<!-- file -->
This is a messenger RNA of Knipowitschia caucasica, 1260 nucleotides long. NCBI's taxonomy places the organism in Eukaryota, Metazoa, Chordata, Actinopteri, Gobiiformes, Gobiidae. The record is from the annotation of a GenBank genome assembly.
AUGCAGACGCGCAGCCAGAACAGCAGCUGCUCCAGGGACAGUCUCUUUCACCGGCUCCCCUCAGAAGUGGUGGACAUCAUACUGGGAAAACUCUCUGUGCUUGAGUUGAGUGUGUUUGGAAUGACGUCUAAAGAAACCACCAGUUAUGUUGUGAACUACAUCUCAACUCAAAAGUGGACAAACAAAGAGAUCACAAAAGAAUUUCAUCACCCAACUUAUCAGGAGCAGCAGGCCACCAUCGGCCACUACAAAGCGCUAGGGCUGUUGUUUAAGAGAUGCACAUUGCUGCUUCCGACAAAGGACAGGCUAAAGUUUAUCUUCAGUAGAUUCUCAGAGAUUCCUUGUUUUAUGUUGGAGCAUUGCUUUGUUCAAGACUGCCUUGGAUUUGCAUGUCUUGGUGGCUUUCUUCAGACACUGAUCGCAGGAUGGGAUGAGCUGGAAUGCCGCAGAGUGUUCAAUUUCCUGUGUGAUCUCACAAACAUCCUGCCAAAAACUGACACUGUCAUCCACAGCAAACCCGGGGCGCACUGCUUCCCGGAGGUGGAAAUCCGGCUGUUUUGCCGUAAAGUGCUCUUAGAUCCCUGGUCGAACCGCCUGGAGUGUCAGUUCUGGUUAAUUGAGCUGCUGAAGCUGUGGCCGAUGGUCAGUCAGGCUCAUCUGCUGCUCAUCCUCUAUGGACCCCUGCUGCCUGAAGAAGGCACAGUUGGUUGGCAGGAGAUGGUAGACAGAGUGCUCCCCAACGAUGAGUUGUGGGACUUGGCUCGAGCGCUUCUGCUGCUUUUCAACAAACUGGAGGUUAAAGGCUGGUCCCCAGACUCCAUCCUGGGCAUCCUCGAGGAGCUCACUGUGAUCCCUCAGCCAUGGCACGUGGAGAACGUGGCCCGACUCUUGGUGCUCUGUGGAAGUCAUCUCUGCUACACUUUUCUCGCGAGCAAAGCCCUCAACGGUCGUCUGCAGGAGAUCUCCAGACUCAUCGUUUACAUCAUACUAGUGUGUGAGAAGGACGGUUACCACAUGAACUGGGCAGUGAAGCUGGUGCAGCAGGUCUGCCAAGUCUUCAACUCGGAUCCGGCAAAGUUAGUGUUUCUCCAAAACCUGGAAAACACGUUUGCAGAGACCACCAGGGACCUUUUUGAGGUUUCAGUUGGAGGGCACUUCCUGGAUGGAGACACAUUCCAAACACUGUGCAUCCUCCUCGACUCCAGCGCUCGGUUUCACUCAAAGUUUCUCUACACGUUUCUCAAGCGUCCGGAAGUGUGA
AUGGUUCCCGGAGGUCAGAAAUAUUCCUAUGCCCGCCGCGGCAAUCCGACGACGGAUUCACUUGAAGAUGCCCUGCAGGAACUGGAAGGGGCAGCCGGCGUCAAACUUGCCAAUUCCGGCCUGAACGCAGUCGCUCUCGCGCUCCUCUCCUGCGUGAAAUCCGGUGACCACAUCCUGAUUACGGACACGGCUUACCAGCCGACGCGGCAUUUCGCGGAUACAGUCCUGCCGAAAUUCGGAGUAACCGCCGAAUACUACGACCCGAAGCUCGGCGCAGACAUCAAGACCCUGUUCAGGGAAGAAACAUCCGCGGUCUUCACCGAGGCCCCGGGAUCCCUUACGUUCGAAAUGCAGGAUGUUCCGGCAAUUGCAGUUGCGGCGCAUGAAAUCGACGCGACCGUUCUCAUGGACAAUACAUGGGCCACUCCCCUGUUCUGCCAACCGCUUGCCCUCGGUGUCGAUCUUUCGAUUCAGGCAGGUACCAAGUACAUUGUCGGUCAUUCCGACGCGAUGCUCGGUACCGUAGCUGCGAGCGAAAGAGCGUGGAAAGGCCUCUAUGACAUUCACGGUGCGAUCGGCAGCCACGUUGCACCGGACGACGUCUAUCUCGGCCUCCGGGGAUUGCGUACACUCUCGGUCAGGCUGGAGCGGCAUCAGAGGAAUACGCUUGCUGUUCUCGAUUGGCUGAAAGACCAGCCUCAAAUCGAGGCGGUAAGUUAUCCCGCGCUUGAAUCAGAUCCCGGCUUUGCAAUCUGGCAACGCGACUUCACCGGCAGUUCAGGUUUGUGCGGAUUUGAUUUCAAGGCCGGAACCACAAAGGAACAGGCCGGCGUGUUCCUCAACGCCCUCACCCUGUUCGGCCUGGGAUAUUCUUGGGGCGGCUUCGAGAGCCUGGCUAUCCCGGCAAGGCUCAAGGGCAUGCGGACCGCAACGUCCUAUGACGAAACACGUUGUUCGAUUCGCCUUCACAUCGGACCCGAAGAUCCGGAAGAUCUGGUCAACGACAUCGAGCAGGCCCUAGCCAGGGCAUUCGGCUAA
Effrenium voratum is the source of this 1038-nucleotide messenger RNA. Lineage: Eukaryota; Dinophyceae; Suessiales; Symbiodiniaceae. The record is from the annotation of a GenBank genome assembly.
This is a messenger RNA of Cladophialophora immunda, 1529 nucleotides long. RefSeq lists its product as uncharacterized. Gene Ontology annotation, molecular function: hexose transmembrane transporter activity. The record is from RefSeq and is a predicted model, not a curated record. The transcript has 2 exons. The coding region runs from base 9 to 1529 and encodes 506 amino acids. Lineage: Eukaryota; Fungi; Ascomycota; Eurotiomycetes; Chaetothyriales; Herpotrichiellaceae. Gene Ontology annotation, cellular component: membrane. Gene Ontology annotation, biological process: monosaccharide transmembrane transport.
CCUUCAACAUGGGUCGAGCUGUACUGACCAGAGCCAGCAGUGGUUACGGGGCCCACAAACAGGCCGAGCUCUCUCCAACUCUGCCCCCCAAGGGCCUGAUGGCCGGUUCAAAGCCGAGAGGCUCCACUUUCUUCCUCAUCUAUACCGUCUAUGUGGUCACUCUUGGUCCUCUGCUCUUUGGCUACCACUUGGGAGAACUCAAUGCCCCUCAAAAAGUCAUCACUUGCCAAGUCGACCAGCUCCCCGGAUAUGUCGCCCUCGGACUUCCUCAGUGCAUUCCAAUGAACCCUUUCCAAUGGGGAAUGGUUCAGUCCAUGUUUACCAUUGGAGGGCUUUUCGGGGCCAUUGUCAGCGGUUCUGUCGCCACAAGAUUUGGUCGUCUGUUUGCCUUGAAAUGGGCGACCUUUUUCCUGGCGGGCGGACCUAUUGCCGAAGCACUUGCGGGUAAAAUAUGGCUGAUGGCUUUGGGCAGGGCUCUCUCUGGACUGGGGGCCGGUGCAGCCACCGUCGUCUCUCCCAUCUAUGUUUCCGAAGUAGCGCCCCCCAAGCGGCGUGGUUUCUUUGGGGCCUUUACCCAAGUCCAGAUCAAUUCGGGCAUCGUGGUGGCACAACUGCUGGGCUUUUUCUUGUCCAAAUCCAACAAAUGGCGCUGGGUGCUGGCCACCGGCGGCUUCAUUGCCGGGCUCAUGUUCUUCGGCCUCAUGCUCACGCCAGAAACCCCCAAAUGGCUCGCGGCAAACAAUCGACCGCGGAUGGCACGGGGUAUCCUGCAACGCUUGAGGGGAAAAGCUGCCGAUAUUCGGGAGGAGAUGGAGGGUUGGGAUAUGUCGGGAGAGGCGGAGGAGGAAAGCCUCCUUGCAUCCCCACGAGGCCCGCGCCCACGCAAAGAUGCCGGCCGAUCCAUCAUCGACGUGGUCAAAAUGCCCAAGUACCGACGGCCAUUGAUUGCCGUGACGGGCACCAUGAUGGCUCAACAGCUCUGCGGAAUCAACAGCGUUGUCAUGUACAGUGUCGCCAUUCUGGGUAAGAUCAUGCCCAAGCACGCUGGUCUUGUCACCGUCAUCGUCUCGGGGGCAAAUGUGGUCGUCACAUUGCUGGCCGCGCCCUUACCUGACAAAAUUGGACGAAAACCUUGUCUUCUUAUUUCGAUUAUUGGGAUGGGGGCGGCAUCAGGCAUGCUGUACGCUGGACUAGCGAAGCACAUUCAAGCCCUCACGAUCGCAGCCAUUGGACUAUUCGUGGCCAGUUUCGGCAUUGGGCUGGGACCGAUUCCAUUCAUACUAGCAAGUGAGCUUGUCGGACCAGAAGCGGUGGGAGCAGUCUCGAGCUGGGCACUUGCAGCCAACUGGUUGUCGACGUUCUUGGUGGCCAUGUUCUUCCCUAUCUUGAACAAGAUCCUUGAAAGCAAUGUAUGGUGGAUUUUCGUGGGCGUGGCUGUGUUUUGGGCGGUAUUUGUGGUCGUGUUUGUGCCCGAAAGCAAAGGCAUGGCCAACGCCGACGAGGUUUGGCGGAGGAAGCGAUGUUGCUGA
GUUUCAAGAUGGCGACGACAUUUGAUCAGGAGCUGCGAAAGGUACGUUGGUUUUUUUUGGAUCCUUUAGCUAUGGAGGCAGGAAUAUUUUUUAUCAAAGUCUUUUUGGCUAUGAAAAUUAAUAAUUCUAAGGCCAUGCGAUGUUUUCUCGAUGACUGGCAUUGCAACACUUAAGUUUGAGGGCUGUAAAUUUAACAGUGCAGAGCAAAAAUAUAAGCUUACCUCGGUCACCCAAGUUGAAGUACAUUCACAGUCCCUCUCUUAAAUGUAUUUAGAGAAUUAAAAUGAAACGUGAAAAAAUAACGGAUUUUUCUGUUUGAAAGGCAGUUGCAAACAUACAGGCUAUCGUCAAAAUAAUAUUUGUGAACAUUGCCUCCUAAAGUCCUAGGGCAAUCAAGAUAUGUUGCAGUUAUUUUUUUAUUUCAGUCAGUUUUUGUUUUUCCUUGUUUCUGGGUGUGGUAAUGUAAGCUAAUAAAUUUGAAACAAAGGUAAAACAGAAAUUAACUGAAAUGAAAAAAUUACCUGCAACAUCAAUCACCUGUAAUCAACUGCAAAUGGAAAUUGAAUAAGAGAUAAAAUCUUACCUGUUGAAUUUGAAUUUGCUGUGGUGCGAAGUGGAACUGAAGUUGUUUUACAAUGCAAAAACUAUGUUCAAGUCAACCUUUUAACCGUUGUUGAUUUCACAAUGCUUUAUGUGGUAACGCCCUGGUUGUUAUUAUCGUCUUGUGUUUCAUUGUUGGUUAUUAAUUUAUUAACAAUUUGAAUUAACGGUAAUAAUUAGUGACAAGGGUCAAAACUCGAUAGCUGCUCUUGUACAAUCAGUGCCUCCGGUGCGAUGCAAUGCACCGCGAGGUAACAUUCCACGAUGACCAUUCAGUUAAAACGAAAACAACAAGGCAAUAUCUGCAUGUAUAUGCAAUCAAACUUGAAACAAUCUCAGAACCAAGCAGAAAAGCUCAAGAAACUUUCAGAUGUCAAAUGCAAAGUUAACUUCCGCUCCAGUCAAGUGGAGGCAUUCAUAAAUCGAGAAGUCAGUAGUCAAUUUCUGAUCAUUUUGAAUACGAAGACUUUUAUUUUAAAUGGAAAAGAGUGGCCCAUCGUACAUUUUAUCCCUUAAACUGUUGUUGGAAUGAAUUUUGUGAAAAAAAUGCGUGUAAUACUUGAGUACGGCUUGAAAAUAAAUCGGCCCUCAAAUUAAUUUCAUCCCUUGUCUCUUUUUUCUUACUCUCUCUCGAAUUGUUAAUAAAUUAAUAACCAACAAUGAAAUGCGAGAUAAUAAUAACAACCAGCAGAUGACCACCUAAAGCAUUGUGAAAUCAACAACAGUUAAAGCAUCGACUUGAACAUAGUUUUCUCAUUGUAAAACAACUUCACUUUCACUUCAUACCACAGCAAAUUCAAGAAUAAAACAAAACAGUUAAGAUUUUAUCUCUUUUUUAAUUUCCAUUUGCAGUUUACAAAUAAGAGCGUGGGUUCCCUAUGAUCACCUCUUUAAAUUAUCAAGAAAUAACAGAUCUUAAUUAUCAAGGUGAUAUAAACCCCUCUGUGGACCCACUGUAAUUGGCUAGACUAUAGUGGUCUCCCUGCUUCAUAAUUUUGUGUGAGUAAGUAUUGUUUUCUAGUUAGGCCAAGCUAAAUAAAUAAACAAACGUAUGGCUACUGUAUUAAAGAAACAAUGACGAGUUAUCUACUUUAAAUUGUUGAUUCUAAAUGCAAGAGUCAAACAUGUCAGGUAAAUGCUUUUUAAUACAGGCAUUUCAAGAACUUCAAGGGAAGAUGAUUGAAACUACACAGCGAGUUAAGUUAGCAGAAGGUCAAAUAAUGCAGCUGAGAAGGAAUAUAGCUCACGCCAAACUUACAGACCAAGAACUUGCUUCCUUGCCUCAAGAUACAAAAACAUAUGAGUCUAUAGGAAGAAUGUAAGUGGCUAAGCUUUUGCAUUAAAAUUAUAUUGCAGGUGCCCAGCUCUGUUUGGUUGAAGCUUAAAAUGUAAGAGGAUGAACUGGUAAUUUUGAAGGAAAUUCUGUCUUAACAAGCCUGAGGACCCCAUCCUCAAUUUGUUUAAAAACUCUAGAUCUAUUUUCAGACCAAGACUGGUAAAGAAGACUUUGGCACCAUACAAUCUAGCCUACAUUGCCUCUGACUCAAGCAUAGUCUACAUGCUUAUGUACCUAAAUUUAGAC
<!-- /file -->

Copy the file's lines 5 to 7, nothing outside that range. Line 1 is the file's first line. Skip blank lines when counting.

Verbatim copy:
This is a messenger RNA of Cladophialophora immunda, 1529 nucleotides long. RefSeq lists its product as uncharacterized. Gene Ontology annotation, molecular function: hexose transmembrane transporter activity. The record is from RefSeq and is a predicted model, not a curated record. The transcript has 2 exons. The coding region runs from base 9 to 1529 and encodes 506 amino acids. Lineage: Eukaryota; Fungi; Ascomycota; Eurotiomycetes; Chaetothyriales; Herpotrichiellaceae. Gene Ontology annotation, cellular component: membrane. Gene Ontology annotation, biological process: monosaccharide transmembrane transport.
CCUUCAACAUGGGUCGAGCUGUACUGACCAGAGCCAGCAGUGGUUACGGGGCCCACAAACAGGCCGAGCUCUCUCCAACUCUGCCCCCCAAGGGCCUGAUGGCCGGUUCAAAGCCGAGAGGCUCCACUUUCUUCCUCAUCUAUACCGUCUAUGUGGUCACUCUUGGUCCUCUGCUCUUUGGCUACCACUUGGGAGAACUCAAUGCCCCUCAAAAAGUCAUCACUUGCCAAGUCGACCAGCUCCCCGGAUAUGUCGCCCUCGGACUUCCUCAGUGCAUUCCAAUGAACCCUUUCCAAUGGGGAAUGGUUCAGUCCAUGUUUACCAUUGGAGGGCUUUUCGGGGCCAUUGUCAGCGGUUCUGUCGCCACAAGAUUUGGUCGUCUGUUUGCCUUGAAAUGGGCGACCUUUUUCCUGGCGGGCGGACCUAUUGCCGAAGCACUUGCGGGUAAAAUAUGGCUGAUGGCUUUGGGCAGGGCUCUCUCUGGACUGGGGGCCGGUGCAGCCACCGUCGUCUCUCCCAUCUAUGUUUCCGAAGUAGCGCCCCCCAAGCGGCGUGGUUUCUUUGGGGCCUUUACCCAAGUCCAGAUCAAUUCGGGCAUCGUGGUGGCACAACUGCUGGGCUUUUUCUUGUCCAAAUCCAACAAAUGGCGCUGGGUGCUGGCCACCGGCGGCUUCAUUGCCGGGCUCAUGUUCUUCGGCCUCAUGCUCACGCCAGAAACCCCCAAAUGGCUCGCGGCAAACAAUCGACCGCGGAUGGCACGGGGUAUCCUGCAACGCUUGAGGGGAAAAGCUGCCGAUAUUCGGGAGGAGAUGGAGGGUUGGGAUAUGUCGGGAGAGGCGGAGGAGGAAAGCCUCCUUGCAUCCCCACGAGGCCCGCGCCCACGCAAAGAUGCCGGCCGAUCCAUCAUCGACGUGGUCAAAAUGCCCAAGUACCGACGGCCAUUGAUUGCCGUGACGGGCACCAUGAUGGCUCAACAGCUCUGCGGAAUCAACAGCGUUGUCAUGUACAGUGUCGCCAUUCUGGGUAAGAUCAUGCCCAAGCACGCUGGUCUUGUCACCGUCAUCGUCUCGGGGGCAAAUGUGGUCGUCACAUUGCUGGCCGCGCCCUUACCUGACAAAAUUGGACGAAAACCUUGUCUUCUUAUUUCGAUUAUUGGGAUGGGGGCGGCAUCAGGCAUGCUGUACGCUGGACUAGCGAAGCACAUUCAAGCCCUCACGAUCGCAGCCAUUGGACUAUUCGUGGCCAGUUUCGGCAUUGGGCUGGGACCGAUUCCAUUCAUACUAGCAAGUGAGCUUGUCGGACCAGAAGCGGUGGGAGCAGUCUCGAGCUGGGCACUUGCAGCCAACUGGUUGUCGACGUUCUUGGUGGCCAUGUUCUUCCCUAUCUUGAACAAGAUCCUUGAAAGCAAUGUAUGGUGGAUUUUCGUGGGCGUGGCUGUGUUUUGGGCGGUAUUUGUGGUCGUGUUUGUGCCCGAAAGCAAAGGCAUGGCCAACGCCGACGAGGUUUGGCGGAGGAAGCGAUGUUGCUGA
GUUUCAAGAUGGCGACGACAUUUGAUCAGGAGCUGCGAAAGGUACGUUGGUUUUUUUUGGAUCCUUUAGCUAUGGAGGCAGGAAUAUUUUUUAUCAAAGUCUUUUUGGCUAUGAAAAUUAAUAAUUCUAAGGCCAUGCGAUGUUUUCUCGAUGACUGGCAUUGCAACACUUAAGUUUGAGGGCUGUAAAUUUAACAGUGCAGAGCAAAAAUAUAAGCUUACCUCGGUCACCCAAGUUGAAGUACAUUCACAGUCCCUCUCUUAAAUGUAUUUAGAGAAUUAAAAUGAAACGUGAAAAAAUAACGGAUUUUUCUGUUUGAAAGGCAGUUGCAAACAUACAGGCUAUCGUCAAAAUAAUAUUUGUGAACAUUGCCUCCUAAAGUCCUAGGGCAAUCAAGAUAUGUUGCAGUUAUUUUUUUAUUUCAGUCAGUUUUUGUUUUUCCUUGUUUCUGGGUGUGGUAAUGUAAGCUAAUAAAUUUGAAACAAAGGUAAAACAGAAAUUAACUGAAAUGAAAAAAUUACCUGCAACAUCAAUCACCUGUAAUCAACUGCAAAUGGAAAUUGAAUAAGAGAUAAAAUCUUACCUGUUGAAUUUGAAUUUGCUGUGGUGCGAAGUGGAACUGAAGUUGUUUUACAAUGCAAAAACUAUGUUCAAGUCAACCUUUUAACCGUUGUUGAUUUCACAAUGCUUUAUGUGGUAACGCCCUGGUUGUUAUUAUCGUCUUGUGUUUCAUUGUUGGUUAUUAAUUUAUUAACAAUUUGAAUUAACGGUAAUAAUUAGUGACAAGGGUCAAAACUCGAUAGCUGCUCUUGUACAAUCAGUGCCUCCGGUGCGAUGCAAUGCACCGCGAGGUAACAUUCCACGAUGACCAUUCAGUUAAAACGAAAACAACAAGGCAAUAUCUGCAUGUAUAUGCAAUCAAACUUGAAACAAUCUCAGAACCAAGCAGAAAAGCUCAAGAAACUUUCAGAUGUCAAAUGCAAAGUUAACUUCCGCUCCAGUCAAGUGGAGGCAUUCAUAAAUCGAGAAGUCAGUAGUCAAUUUCUGAUCAUUUUGAAUACGAAGACUUUUAUUUUAAAUGGAAAAGAGUGGCCCAUCGUACAUUUUAUCCCUUAAACUGUUGUUGGAAUGAAUUUUGUGAAAAAAAUGCGUGUAAUACUUGAGUACGGCUUGAAAAUAAAUCGGCCCUCAAAUUAAUUUCAUCCCUUGUCUCUUUUUUCUUACUCUCUCUCGAAUUGUUAAUAAAUUAAUAACCAACAAUGAAAUGCGAGAUAAUAAUAACAACCAGCAGAUGACCACCUAAAGCAUUGUGAAAUCAACAACAGUUAAAGCAUCGACUUGAACAUAGUUUUCUCAUUGUAAAACAACUUCACUUUCACUUCAUACCACAGCAAAUUCAAGAAUAAAACAAAACAGUUAAGAUUUUAUCUCUUUUUUAAUUUCCAUUUGCAGUUUACAAAUAAGAGCGUGGGUUCCCUAUGAUCACCUCUUUAAAUUAUCAAGAAAUAACAGAUCUUAAUUAUCAAGGUGAUAUAAACCCCUCUGUGGACCCACUGUAAUUGGCUAGACUAUAGUGGUCUCCCUGCUUCAUAAUUUUGUGUGAGUAAGUAUUGUUUUCUAGUUAGGCCAAGCUAAAUAAAUAAACAAACGUAUGGCUACUGUAUUAAAGAAACAAUGACGAGUUAUCUACUUUAAAUUGUUGAUUCUAAAUGCAAGAGUCAAACAUGUCAGGUAAAUGCUUUUUAAUACAGGCAUUUCAAGAACUUCAAGGGAAGAUGAUUGAAACUACACAGCGAGUUAAGUUAGCAGAAGGUCAAAUAAUGCAGCUGAGAAGGAAUAUAGCUCACGCCAAACUUACAGACCAAGAACUUGCUUCCUUGCCUCAAGAUACAAAAACAUAUGAGUCUAUAGGAAGAAUGUAAGUGGCUAAGCUUUUGCAUUAAAAUUAUAUUGCAGGUGCCCAGCUCUGUUUGGUUGAAGCUUAAAAUGUAAGAGGAUGAACUGGUAAUUUUGAAGGAAAUUCUGUCUUAACAAGCCUGAGGACCCCAUCCUCAAUUUGUUUAAAAACUCUAGAUCUAUUUUCAGACCAAGACUGGUAAAGAAGACUUUGGCACCAUACAAUCUAGCCUACAUUGCCUCUGACUCAAGCAUAGUCUACAUGCUUAUGUACCUAAAUUUAGAC